Gerry Brownlee has announced a new mining plan that he believes will overcome objections by environmentalists.
The plan involves building a fleet of high-speed spaceships that will travel faster than the speed of light. An initial wave of scout ships will hunt for mineral-rich planets and asteroids. Once they have identified a target the main space fleet will be launched, and will establish a mining base on the land mass in question.
The Minister of Energy and Resources told journalists yesterday that the plan was an ambitious one, but said it avoided all of the sensitive issues around the mining of Conservation land.
“I firmly believe this plan overcomes all the objections raised by various interest groups,” Brownlee said. “These planets will be dead, barren wastelands, and we will be able to extract as many minerals as we please without regard to the destruction caused.”
But Brownlee’s plans have been scorned by environmentalists.
“This is just the craziest thing we’ve heard yet from Brownlee”, said Citizens Opposed to Drilling spokesperson Barry McMammary.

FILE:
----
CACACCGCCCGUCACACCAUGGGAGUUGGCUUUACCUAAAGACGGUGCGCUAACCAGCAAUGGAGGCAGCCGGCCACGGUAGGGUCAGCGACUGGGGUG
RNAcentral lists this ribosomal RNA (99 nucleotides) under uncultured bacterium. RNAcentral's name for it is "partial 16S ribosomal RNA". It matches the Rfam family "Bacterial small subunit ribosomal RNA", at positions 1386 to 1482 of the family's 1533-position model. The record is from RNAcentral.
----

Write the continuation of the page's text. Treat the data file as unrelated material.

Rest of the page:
“It is environmental destruction on an epic scale. We will rip these untouched landscapes up without any regard for their preservation. It’s pure vandalism. How will we explain our actions to our grandchildren?”
But Brownlee last night dismissed criticisms of the proposal.
“I’m talking about dull lifeless worlds where nobody wants to go. Why would we want to preserve them. Who for?
“These places are the planetary equivalents of Huntly.”
John Key, speaking from Vanuatu, said the plan would also help New Zealand close the income gap with Australia by 2025.
“I am confident that this plan will put us well ahead of Australia. They have a limited amount of resources, while we will have the entire universe at out fingertips.
“Look, there’s a lot of work to be done yet. We need to develop an industrial and technical capability to research and develop new forms of travel, recruit hundreds of the brightest scientists and engineers on the planet to make a number of enormous scientific breakthroughs, identify and develop new types of fuel, work out how to overcome a staggering number of challenges with working over huge distances in zero gravity situations, build a fleet of spaceships, actually find these planets, build complexes and machines to extract the minerals, work out an efficient way to get them back to New Zealand, and somehow find the trillions of dollars necessary to fund the project.
“But I’m ambitious for New Zealand. We have a can-do attitude and a number-8-wire approach to innovation.
“And I have a backup plan. We’ll also be running a parallel project to develop a time machine. If it looks like we’re going to miss the 2025 deadline I’ll hop back in time and change things. Including the deadline.”